Making a stand

The origins of rock remain unclear, but most makers believe it evolved from the popular fairground rock of the time, which was a similar shape and size, but lacked the colours and writing of today's offerings.

The town's manufacturers now make thousands of sticks every day, but in their letter to local MPs they said the "rise of cheap Chinese imported imitations" was posing a "grave and immediate challenge to our industry".

The makers said there was a need to uphold the "values of fairness, quality and authenticity"

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Maria, played by Samia Ghadie, gets her teeth round some Blackpool rock in 2002Maria, played by Samia Ghadie, gets her teeth round some Blackpool rock in 2002
Maria, played by Samia Ghadie, gets her teeth round some Blackpool rock in 2002

They said the "quality and integrity" of British confectionery was "unparalleled and built upon generations of craftsmanship and expertise", but inferior products were "undercutting domestic producers and eroding consumer confidence in locally-made goods".

They called on the MPs to "take a stand" by either supporting the makers' application to the UK geographical indication protected food names scheme or getting behind its British confectionery campaign.

Keep Fit Association national competitions at the Winter Gardens' Empress Ballroom. Margaret Slater with the KFA Blackpool 2001 rock, specially made by her company W.S. Slater and Co for the eventKeep Fit Association national competitions at the Winter Gardens' Empress Ballroom. Margaret Slater with the KFA Blackpool 2001 rock, specially made by her company W.S. Slater and Co for the event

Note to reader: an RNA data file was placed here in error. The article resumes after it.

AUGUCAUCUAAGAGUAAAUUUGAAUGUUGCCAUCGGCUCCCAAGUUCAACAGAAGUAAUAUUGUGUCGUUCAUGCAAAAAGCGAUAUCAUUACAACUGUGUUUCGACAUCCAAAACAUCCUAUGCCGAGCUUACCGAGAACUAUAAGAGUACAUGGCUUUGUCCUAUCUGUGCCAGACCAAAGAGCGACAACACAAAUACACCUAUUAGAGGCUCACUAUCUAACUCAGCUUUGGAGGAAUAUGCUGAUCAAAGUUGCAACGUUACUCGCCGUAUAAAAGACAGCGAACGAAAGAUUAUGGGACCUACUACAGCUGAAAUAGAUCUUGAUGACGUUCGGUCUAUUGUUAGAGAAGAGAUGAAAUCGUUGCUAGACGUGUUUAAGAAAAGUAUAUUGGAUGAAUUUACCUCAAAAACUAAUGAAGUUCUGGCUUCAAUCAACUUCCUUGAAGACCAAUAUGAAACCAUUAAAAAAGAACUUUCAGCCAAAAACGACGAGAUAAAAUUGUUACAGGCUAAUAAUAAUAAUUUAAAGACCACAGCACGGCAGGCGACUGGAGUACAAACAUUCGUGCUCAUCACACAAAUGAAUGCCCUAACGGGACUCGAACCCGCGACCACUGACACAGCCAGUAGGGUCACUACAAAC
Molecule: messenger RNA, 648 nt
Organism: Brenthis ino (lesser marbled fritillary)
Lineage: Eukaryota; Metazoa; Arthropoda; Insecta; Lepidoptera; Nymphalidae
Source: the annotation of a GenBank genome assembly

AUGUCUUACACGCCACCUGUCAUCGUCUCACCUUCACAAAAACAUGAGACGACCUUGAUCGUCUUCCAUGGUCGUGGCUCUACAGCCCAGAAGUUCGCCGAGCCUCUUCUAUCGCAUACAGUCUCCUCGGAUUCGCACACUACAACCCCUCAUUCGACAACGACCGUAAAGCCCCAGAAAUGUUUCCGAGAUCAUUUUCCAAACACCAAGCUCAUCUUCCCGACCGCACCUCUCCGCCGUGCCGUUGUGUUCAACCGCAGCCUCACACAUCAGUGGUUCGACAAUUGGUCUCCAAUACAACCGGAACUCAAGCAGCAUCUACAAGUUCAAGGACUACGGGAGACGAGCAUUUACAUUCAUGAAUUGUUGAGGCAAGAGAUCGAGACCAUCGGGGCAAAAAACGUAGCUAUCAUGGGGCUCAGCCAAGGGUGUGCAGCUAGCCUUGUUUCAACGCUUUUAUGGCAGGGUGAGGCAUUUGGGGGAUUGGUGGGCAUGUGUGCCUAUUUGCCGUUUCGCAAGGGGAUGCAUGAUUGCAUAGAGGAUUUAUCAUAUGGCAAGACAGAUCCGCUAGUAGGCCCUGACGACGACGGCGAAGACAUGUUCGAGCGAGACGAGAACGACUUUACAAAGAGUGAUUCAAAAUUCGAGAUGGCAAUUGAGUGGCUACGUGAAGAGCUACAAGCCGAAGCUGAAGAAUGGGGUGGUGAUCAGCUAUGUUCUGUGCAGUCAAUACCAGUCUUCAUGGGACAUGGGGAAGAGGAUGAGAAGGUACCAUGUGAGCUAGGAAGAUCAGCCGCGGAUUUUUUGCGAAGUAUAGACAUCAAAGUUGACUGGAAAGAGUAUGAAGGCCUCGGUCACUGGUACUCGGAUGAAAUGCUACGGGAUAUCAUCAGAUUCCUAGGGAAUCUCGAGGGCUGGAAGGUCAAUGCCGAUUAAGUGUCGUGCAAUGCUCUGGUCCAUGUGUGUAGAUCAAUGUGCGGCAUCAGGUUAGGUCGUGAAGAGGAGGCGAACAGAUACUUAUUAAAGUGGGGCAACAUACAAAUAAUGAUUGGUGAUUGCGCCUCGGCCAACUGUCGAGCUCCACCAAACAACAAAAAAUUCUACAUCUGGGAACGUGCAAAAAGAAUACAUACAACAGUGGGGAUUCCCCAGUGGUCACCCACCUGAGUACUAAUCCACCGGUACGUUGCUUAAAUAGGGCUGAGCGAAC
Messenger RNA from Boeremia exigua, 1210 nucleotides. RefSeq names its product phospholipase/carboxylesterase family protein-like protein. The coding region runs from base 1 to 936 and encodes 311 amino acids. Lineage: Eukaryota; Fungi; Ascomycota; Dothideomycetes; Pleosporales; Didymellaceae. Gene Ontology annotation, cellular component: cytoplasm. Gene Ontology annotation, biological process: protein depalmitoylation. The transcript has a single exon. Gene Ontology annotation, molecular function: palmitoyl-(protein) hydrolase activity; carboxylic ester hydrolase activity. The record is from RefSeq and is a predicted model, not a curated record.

Keep Fit Association national competitions at the Winter Gardens' Empress Ballroom. Margaret Slater with the KFA Blackpool 2001 rock, specially made by her company W.S. Slater and Co for the event

Mr Stanton said; “We urge you to take a stand on behalf of British confectionery manufacturers by advocating for the protection of our industry and its most famous product. This could include supporting our application to the UK geographical indication (GI) protected food names (PFN) scheme, or promoting our campaign for British Confectionery.

“Preserving the heritage and tradition of British confectionery is not only essential for our economy but also for maintaining our cultural identity and pride. By championing the cause of local producers, you will not only support businesses like ours but also uphold the values of fairness, quality, and authenticity that define British craftsmanship. 

“I cannot stress enough the urgency of the situation for one of the most beloved British institutions.”